Second Sight (Simon and Schuster 2018), the second crime novel by Irish/Australian writer Aoife Clifford, is set in an Australian country town where everybody knows everybody else and they all remember their past shared histories.

Lawyer Eliza Carmody is back in Kinsale to work on the biggest case of her career, but faces a backlash because she is defending a large corporation against a class action by the people of Kinsale related to a terrible bushfire that took lives and left an indelible trauma on the townsfolk. Eliza is only back for a day when she witnesses an old friend commit an assault. But like the Russian proverb, nobody lies like an eyewitness, and Eliza is forced to confront the truth of what she saw. The police are investigating the discovery of human remains at the local historic homestead, nicknamed The Castle, and Eliza is still devastated by the disappearance of her friend Grace when they were adolescents. Everyone thought Grace ran away, but as new evidence comes to light, and the mysteries deepen, the investigations into all the different crimes begin to weave together, and Eliza must face confronting truths about her own family. Everybody lies – and as the narrative progresses, we understand just how many people are lying about so many different things. And sometimes the truth is more painful than the lies.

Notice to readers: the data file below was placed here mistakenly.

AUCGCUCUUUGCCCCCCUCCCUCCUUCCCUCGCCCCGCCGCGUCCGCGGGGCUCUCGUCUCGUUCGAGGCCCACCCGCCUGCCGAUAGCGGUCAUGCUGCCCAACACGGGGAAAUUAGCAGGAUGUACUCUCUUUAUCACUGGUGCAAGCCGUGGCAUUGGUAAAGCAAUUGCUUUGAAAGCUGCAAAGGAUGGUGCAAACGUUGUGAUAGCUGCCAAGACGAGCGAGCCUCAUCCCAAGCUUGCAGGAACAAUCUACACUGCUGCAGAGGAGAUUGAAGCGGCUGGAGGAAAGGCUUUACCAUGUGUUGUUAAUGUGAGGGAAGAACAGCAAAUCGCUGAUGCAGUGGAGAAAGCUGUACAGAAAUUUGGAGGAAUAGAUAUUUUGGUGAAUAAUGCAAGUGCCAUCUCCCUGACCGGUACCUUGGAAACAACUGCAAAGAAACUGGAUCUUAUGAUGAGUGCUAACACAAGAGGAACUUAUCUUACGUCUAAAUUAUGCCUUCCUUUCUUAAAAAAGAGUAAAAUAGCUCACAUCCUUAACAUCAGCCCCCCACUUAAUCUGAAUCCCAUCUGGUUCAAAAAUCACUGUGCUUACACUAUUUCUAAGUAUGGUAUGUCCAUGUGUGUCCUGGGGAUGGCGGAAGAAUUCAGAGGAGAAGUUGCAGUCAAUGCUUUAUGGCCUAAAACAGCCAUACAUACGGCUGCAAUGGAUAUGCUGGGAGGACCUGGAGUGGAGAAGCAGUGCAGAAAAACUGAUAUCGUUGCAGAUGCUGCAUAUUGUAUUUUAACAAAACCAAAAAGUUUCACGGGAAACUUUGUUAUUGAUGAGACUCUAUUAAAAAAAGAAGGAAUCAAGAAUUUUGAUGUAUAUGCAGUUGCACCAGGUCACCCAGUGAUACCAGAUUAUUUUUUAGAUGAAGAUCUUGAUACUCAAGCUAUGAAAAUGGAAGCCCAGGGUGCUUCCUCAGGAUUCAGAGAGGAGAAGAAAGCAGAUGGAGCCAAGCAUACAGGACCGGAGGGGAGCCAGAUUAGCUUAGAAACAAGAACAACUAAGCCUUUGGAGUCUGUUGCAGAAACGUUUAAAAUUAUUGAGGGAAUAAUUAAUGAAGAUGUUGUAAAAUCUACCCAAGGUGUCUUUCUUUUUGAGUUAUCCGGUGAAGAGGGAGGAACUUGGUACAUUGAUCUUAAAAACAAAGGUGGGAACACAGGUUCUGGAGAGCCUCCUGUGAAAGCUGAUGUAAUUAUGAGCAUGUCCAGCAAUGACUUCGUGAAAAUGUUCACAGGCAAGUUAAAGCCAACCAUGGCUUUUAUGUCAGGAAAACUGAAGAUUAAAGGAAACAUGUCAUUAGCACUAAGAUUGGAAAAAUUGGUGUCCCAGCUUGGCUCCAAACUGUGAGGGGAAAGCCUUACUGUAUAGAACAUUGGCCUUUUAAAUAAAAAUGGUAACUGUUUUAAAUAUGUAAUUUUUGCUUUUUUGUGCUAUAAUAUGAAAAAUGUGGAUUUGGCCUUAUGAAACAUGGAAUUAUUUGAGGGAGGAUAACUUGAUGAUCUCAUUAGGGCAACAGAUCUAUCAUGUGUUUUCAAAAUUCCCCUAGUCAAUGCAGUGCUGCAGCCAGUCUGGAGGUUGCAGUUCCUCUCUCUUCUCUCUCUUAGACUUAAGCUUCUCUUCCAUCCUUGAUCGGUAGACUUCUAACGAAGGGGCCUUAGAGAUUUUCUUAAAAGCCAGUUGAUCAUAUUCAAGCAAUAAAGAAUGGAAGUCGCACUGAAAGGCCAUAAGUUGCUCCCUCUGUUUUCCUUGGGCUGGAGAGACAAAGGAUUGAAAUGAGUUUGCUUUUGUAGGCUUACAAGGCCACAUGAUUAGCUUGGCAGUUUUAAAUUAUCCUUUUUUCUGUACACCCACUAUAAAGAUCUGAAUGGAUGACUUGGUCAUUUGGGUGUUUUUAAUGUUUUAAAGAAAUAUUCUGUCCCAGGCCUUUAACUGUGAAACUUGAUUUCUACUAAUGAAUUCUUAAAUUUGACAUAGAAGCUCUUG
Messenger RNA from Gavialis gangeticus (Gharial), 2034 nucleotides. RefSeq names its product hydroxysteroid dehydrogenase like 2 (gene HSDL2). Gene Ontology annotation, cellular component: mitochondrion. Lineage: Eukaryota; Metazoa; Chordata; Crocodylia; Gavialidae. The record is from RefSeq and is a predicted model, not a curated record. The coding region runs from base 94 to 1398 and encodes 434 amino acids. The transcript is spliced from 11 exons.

With the recent terrible bushfires, this book is timely, even though it was released two years ago. Clifford deftly depicts the power and trauma of fire with sensory descriptions that are lush and evocative. The plot and sub-plots are complex, pacey and full of tension. The small-town setting sits well with other recently published Australian crime novels. If you enjoy writers such as Jane Harper, Garry Disher and Chris Hammer then Second Sight will appeal.

The structure of the narrative is really interesting. Interspersed with the main story are sections – flashbacks – from what happened the night Grace disappeared, New Year’s Eve 1996, but each section is written from the perspective of a different character. So while we have the main story told from Eliza’s perspective, these shattered images of that one night delivered by several different people who were there, all giving their own version of what happened, or what they saw or heard, come together to form a mosaic that slowly builds until by the end of the novel, it is a glittering ball of sharp shards of truth.

With a large cast of characters, authentic and pithy dialogue, some humour and a romance thrown in, this novel is a great addition to the Australian literary crime scene.